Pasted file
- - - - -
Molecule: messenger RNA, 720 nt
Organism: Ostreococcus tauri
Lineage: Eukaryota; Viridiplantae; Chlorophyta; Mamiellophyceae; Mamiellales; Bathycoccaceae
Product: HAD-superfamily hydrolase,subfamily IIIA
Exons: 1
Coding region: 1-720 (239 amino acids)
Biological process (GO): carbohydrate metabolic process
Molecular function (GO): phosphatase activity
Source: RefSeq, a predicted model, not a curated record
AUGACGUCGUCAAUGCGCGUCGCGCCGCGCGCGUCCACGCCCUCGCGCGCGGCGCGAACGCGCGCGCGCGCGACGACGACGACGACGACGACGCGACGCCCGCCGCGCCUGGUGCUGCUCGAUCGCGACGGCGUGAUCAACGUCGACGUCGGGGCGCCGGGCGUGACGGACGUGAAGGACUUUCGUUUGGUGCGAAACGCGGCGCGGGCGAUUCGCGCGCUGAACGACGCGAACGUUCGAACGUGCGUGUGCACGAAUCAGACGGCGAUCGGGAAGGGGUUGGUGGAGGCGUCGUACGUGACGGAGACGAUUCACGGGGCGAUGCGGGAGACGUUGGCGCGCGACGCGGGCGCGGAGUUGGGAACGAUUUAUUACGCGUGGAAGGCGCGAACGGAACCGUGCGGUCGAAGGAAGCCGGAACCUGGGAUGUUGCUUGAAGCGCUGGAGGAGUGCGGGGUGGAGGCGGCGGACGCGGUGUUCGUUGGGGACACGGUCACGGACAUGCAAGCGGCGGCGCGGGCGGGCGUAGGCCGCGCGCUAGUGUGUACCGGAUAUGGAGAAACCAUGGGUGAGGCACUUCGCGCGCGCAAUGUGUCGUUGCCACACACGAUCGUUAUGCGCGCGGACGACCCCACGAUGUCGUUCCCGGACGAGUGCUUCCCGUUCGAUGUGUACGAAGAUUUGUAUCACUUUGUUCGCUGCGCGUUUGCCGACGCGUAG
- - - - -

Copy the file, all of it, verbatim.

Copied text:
Molecule: messenger RNA, 720 nt
Organism: Ostreococcus tauri
Lineage: Eukaryota; Viridiplantae; Chlorophyta; Mamiellophyceae; Mamiellales; Bathycoccaceae
Product: HAD-superfamily hydrolase,subfamily IIIA
Exons: 1
Coding region: 1-720 (239 amino acids)
Biological process (GO): carbohydrate metabolic process
Molecular function (GO): phosphatase activity
Source: RefSeq, a predicted model, not a curated record
AUGACGUCGUCAAUGCGCGUCGCGCCGCGCGCGUCCACGCCCUCGCGCGCGGCGCGAACGCGCGCGCGCGCGACGACGACGACGACGACGACGCGACGCCCGCCGCGCCUGGUGCUGCUCGAUCGCGACGGCGUGAUCAACGUCGACGUCGGGGCGCCGGGCGUGACGGACGUGAAGGACUUUCGUUUGGUGCGAAACGCGGCGCGGGCGAUUCGCGCGCUGAACGACGCGAACGUUCGAACGUGCGUGUGCACGAAUCAGACGGCGAUCGGGAAGGGGUUGGUGGAGGCGUCGUACGUGACGGAGACGAUUCACGGGGCGAUGCGGGAGACGUUGGCGCGCGACGCGGGCGCGGAGUUGGGAACGAUUUAUUACGCGUGGAAGGCGCGAACGGAACCGUGCGGUCGAAGGAAGCCGGAACCUGGGAUGUUGCUUGAAGCGCUGGAGGAGUGCGGGGUGGAGGCGGCGGACGCGGUGUUCGUUGGGGACACGGUCACGGACAUGCAAGCGGCGGCGCGGGCGGGCGUAGGCCGCGCGCUAGUGUGUACCGGAUAUGGAGAAACCAUGGGUGAGGCACUUCGCGCGCGCAAUGUGUCGUUGCCACACACGAUCGUUAUGCGCGCGGACGACCCCACGAUGUCGUUCCCGGACGAGUGCUUCCCGUUCGAUGUGUACGAAGAUUUGUAUCACUUUGUUCGCUGCGCGUUUGCCGACGCGUAG